MANILA, Philippines – Even before any official spoke about the Moro Islamic Liberation Front (MILF), the 16 firearms surrendered by the rebel group, or of a bloody encounter in Mamasapano town that claimed the lives of 44 elite cops, police and military officials on Thursday, February 19, linked arms as a show of the two forces’ good relationship.
“The AFP and the PNP are solidly working together for the benefit of everyone in this country,” AFP spokesman Colonel Restituto Padilla Jr. said at the beginning of the ceremonies in Camp Aguinaldo.
Padilla then asked police and military generals and colonels to link arms as they presented 16 firearms returned by the MILF through the Coordinating Committee on the Cessation of Hostilities.
“We are one, we are strong and we will overcome,” added AFP chief General Gregorio Catapang Jr.
Things are – or at least perceived to be – shaky between the Armed Forces of the Philippines (PNP) and the Philippine National Police (PNP) after “Oplan Exodus,” a January 25 PNP Special Action Force (SAF) operation to neutralize Zulkifli bin Hir, better known as “Marwan,” and Abdul Basit Usman.
The cops were able to kill Marwan, but Usman escaped.
In the operation, SAF troopers were trapped in a firefight with MILF and Bangsamoro Islamic Freedom Fighters (BIFF). Forty four of the 73 troopers who entered the area never came out alive.
“Oplan Exodus” was a top-secret operation that saw the acting PNP chief, the Interior Secretary and even the military out of the loop. Local military forces did not know of the SAF’s operation until after cops entered Mamasapano. (READ: Despite Mamasapano clash, ‘all okay in PNP’ – acting chief)
SAF officials, citing previous bad experiences in joint operations with the AFP, decided to only inform the military “time on target,” or only after troopers had entered Mamasapano. (READ: Why SAF didn’t trust military)
As a result, soldiers were unable to send help on time, since they were left unsure of where the elite policemen were and what exactly was going on inside Mamasapano.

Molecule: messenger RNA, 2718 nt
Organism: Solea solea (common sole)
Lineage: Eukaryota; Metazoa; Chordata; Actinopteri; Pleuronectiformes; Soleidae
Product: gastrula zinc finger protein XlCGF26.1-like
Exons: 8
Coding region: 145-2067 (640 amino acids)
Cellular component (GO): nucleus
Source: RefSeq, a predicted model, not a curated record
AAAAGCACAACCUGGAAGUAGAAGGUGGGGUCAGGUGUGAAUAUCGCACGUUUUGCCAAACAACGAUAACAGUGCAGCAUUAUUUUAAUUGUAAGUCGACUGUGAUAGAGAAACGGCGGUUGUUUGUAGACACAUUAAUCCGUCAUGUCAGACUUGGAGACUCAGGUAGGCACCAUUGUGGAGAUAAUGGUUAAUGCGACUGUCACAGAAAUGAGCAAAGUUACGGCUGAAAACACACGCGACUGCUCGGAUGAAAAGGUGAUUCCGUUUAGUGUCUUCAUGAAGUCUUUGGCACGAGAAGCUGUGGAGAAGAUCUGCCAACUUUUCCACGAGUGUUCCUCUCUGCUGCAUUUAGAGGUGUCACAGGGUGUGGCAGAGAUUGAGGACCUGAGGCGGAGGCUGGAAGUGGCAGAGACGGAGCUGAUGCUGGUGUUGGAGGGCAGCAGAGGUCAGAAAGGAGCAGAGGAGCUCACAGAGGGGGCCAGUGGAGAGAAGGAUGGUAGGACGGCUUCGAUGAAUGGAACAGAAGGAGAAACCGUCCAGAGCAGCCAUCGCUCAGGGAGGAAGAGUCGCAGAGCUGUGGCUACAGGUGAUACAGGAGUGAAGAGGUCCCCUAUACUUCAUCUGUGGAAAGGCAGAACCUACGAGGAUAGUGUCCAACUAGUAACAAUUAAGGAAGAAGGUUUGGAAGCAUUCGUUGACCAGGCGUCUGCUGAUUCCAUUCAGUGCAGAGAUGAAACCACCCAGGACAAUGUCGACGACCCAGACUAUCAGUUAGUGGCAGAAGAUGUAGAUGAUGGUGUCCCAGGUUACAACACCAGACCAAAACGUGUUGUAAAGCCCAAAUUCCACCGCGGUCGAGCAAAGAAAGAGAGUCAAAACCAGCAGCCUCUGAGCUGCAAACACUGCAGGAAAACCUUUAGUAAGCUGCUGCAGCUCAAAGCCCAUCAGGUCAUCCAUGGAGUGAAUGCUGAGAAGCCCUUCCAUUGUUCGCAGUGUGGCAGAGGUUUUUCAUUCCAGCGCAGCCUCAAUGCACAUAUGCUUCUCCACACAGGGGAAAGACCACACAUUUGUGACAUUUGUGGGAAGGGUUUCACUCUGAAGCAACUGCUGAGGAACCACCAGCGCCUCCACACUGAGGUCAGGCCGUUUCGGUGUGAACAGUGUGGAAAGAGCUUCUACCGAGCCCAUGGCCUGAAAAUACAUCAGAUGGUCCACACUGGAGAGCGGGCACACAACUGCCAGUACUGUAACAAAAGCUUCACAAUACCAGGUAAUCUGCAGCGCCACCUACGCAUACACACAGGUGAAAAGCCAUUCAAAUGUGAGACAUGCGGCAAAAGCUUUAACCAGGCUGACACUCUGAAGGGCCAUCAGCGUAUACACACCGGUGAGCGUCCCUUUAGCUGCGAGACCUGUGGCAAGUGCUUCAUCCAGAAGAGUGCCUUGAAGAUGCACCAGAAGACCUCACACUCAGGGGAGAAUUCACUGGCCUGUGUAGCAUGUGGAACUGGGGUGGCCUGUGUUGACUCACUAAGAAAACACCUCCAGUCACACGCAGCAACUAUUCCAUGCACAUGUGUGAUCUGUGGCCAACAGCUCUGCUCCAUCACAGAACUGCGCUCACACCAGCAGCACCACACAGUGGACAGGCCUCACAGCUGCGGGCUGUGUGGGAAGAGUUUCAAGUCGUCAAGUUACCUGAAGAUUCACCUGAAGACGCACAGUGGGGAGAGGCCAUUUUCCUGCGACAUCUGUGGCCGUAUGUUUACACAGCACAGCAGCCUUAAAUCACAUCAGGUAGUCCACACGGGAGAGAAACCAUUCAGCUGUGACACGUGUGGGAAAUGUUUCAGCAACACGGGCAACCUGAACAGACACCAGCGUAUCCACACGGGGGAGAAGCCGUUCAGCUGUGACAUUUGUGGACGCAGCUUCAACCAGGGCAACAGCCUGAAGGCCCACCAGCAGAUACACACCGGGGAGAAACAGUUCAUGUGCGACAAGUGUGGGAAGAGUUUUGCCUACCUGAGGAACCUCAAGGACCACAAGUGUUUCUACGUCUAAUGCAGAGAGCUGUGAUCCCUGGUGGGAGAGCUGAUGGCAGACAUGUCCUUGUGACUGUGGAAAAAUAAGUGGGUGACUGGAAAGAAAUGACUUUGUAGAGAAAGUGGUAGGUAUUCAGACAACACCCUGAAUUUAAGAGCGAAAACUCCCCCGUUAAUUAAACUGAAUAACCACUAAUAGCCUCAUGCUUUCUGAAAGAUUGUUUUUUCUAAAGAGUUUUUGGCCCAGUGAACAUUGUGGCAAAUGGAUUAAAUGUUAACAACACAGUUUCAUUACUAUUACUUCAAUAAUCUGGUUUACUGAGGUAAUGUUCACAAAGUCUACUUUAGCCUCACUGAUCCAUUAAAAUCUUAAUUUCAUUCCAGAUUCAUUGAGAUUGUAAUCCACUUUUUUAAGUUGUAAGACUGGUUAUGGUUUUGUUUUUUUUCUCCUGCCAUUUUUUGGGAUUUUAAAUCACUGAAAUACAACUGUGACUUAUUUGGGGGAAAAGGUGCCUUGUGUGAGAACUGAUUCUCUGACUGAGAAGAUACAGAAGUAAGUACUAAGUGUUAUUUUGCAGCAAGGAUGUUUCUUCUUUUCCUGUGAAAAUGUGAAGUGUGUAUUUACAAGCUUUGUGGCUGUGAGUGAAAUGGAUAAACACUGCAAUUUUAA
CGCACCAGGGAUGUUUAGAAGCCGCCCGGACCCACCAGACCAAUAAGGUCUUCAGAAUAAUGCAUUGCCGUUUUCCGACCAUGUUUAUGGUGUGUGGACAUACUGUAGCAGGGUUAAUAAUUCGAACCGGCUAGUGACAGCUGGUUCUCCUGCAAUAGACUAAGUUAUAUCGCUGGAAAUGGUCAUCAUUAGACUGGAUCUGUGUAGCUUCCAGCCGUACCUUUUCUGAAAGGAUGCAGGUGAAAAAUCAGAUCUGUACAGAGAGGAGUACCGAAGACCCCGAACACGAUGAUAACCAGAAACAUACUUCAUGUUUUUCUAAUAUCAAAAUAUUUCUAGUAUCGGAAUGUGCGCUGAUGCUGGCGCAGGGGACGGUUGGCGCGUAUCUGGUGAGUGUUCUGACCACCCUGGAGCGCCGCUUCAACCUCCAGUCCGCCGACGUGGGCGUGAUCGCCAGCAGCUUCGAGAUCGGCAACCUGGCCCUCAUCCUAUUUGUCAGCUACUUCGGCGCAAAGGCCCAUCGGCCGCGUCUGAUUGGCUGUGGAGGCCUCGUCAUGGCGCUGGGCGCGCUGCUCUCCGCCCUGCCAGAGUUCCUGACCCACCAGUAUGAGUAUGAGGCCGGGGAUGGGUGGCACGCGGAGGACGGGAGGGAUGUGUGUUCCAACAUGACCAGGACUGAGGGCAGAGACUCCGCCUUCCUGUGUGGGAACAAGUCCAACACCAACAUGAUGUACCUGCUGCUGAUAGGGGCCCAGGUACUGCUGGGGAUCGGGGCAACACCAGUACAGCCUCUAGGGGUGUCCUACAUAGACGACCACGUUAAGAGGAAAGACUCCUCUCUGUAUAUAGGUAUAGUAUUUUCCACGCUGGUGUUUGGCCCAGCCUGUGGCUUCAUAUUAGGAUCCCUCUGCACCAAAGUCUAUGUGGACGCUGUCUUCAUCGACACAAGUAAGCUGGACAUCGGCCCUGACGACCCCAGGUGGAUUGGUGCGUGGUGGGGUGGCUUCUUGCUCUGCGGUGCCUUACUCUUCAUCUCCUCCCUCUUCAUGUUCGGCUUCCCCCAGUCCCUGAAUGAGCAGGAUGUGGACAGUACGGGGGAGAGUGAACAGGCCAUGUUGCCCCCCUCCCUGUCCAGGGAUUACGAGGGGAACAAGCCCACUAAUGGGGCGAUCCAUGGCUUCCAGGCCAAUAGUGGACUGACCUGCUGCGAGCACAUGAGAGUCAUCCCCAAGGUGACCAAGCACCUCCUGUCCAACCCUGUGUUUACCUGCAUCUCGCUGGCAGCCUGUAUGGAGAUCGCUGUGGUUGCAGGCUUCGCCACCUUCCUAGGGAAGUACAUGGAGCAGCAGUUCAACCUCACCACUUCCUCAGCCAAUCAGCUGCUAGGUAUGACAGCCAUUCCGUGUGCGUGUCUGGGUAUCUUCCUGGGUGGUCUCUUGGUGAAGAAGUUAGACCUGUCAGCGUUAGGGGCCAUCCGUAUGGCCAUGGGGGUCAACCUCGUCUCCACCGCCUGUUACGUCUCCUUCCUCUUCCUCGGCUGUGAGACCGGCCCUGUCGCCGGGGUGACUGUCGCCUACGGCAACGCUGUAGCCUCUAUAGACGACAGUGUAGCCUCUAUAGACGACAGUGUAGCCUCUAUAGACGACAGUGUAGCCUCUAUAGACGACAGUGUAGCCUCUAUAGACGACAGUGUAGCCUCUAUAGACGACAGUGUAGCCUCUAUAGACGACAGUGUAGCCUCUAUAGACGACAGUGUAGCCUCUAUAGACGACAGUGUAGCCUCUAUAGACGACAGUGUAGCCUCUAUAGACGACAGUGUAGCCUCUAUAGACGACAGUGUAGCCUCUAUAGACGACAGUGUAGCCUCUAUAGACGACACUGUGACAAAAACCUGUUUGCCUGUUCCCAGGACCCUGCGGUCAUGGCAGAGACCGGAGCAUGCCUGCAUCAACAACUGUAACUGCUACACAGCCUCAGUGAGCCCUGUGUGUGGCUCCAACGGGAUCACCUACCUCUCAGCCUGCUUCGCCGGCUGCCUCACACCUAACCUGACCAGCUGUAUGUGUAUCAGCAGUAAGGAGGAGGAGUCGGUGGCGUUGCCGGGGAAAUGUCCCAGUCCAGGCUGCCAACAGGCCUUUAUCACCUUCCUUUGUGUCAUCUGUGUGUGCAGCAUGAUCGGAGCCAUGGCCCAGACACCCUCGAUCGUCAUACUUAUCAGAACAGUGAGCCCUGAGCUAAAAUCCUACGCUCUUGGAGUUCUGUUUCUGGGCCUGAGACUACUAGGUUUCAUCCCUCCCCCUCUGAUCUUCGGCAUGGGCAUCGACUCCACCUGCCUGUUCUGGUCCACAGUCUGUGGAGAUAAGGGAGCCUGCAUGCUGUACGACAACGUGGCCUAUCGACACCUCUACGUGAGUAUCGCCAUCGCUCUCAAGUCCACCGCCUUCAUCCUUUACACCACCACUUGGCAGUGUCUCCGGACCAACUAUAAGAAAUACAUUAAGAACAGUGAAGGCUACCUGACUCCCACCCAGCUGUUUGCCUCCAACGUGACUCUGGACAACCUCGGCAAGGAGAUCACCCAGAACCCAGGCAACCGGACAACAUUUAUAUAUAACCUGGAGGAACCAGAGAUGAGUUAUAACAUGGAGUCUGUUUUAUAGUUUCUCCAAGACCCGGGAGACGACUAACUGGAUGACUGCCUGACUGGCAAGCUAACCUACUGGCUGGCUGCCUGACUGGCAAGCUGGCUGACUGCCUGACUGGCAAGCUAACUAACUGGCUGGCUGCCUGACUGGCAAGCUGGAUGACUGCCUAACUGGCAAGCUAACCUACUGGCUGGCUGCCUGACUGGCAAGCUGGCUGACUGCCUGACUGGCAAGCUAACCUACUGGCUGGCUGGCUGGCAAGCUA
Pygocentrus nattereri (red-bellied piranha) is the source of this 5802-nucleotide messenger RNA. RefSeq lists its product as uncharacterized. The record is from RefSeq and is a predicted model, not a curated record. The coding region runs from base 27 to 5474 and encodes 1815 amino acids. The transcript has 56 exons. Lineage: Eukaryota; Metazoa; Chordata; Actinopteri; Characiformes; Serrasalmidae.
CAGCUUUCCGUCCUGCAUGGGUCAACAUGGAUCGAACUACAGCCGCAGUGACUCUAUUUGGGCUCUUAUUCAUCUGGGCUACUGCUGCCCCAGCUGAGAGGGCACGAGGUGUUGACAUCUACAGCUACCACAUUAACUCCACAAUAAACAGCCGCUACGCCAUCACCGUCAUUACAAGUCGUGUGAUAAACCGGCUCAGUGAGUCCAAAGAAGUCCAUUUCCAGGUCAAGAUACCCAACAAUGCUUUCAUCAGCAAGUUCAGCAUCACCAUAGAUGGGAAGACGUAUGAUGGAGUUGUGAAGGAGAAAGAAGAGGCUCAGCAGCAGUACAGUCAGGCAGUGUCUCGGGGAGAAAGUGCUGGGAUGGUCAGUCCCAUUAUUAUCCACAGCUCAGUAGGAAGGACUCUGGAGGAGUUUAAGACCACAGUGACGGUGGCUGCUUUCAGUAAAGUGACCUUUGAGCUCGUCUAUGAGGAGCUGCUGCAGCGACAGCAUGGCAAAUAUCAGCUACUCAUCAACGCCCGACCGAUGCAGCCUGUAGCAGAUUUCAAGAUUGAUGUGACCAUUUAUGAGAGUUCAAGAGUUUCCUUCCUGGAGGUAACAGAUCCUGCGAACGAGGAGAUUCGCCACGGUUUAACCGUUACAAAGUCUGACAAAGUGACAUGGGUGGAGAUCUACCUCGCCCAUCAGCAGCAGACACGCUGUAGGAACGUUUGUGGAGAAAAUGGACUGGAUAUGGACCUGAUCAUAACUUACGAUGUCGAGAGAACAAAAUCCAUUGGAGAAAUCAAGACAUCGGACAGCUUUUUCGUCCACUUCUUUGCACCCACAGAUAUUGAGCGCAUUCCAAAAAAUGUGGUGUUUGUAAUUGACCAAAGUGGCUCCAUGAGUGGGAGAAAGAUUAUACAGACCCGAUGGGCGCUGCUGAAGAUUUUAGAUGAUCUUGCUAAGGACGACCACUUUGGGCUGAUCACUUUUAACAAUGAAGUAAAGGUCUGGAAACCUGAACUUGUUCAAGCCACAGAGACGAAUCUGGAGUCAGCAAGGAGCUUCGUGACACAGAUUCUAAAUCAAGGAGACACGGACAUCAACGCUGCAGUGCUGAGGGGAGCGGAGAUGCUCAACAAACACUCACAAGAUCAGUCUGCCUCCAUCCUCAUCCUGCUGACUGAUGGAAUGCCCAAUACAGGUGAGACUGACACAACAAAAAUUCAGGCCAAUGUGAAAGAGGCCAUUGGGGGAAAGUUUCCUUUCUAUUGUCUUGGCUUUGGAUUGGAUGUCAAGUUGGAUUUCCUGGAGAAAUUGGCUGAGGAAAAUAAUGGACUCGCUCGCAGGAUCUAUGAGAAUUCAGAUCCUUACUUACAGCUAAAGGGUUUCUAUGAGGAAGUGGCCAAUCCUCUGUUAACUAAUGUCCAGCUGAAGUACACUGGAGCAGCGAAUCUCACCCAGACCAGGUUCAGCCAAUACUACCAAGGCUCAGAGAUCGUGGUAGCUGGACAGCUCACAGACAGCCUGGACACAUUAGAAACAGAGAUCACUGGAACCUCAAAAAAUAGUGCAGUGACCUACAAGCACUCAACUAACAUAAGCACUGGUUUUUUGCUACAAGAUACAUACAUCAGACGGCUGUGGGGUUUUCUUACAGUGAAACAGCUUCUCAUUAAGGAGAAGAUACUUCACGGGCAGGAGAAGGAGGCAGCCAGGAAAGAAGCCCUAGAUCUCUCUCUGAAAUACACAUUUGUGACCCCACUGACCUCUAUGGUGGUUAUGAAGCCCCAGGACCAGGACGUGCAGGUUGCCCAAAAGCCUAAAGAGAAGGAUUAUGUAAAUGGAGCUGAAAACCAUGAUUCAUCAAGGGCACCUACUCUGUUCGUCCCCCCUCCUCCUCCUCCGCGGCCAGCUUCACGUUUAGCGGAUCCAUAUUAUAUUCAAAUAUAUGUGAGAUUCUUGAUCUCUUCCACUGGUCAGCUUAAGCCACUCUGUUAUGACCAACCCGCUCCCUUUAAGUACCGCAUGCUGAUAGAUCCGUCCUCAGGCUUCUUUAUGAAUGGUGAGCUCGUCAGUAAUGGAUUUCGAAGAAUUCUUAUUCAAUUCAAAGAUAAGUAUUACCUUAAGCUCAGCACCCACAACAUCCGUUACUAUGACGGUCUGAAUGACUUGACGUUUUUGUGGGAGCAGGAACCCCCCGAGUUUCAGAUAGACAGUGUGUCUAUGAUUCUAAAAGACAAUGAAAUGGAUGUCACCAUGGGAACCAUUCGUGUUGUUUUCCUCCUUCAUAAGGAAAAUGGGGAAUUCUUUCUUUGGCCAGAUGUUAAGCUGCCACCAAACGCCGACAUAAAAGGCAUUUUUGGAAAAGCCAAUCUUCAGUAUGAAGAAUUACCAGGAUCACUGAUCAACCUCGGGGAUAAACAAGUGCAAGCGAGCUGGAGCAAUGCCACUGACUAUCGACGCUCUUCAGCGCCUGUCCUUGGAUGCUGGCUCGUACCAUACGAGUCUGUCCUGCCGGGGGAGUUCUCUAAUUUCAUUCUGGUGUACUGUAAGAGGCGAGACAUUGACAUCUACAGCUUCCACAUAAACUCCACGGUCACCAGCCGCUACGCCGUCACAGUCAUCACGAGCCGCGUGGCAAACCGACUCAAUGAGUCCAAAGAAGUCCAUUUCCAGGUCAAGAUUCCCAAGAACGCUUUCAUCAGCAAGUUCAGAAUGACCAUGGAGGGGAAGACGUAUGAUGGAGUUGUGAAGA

Both AFP and PNP personnel have expressed their dismay over each other.
The PNP, for the AFP’s failure to send help for beleaguered SAF troopers in time and the AFP, for the PNP SAF’s failure to coordinate with local military forces. (READ: Mamasapano: What ifs and what could have beens)
The AFP and PNP’s ties go beyond that of being the country’s internal and external security forces. Most of the two forces’ top officials were once classmates in the Philippine Military Academy. The PNP traces its roots to the Philippine Constabulary, which was once part of the AFP.
No feud here
During the Senate’s probe into the operation, senators pounded on the AFP for their perceived failure to help beleaguered SAF troopers. Senator Alan Peter Cayetano accused the AFP of “sacrificing” the 44 SAF troopers to “save” the ongoing peace process between the government and the MILF.
Catapang denied Cayetano’s assertion, insisting the AFP did not have enough time, nor did it have enough information to act accordingly. (READ: AFP unaware of 2nd SAF team)
Interior Secretary Manuel Roxas II, whom one senator had characterized as among the “calmer” voices in the issue, turned emotional before the Senate as he questioned why it took the AFP so long to send help.
The week before legislative probes began, relieved SAF commander Police Director Getulio Napeñas figured in a word war with Catapang, offering a narrative contrary to that of his PMA upperclassman during a press conference held hours after Catapang’s own media briefing. (READ: AFP clears troops of liability in Mamasapano)
PNP Office-in-Charge Police Deputy Director General Leonardo Espina, Catapang’s mistah (classmate) from the PMA class of 1981, on the same day emphasized there was no feuding between the AFP and the PNP.
“Baka lang hindi nagkaintindihan, some elements on the ground between AFP and PNP. Kung puwede sana, baka puwedeng sinasabing AFP-PNP differences ay ma-refer lang doon,” Espina had told reporters after a Senate hearing on February 10.
(Maybe some elements of the AFP and PNP on the ground had misunderstandings. If it’s possible, let’s limit the discussion of AFP and PNP differences to them.)
Both the PNP and AFP, on separate occasions, have emphasized their commitment to the peace process.
Both forces also have the same message for the MILF: while the return of the 16 firearms was a “welcome development,” the MILF still has much to do to restore the trust not only of the PNP and AFP, but of the public. – Rappler.com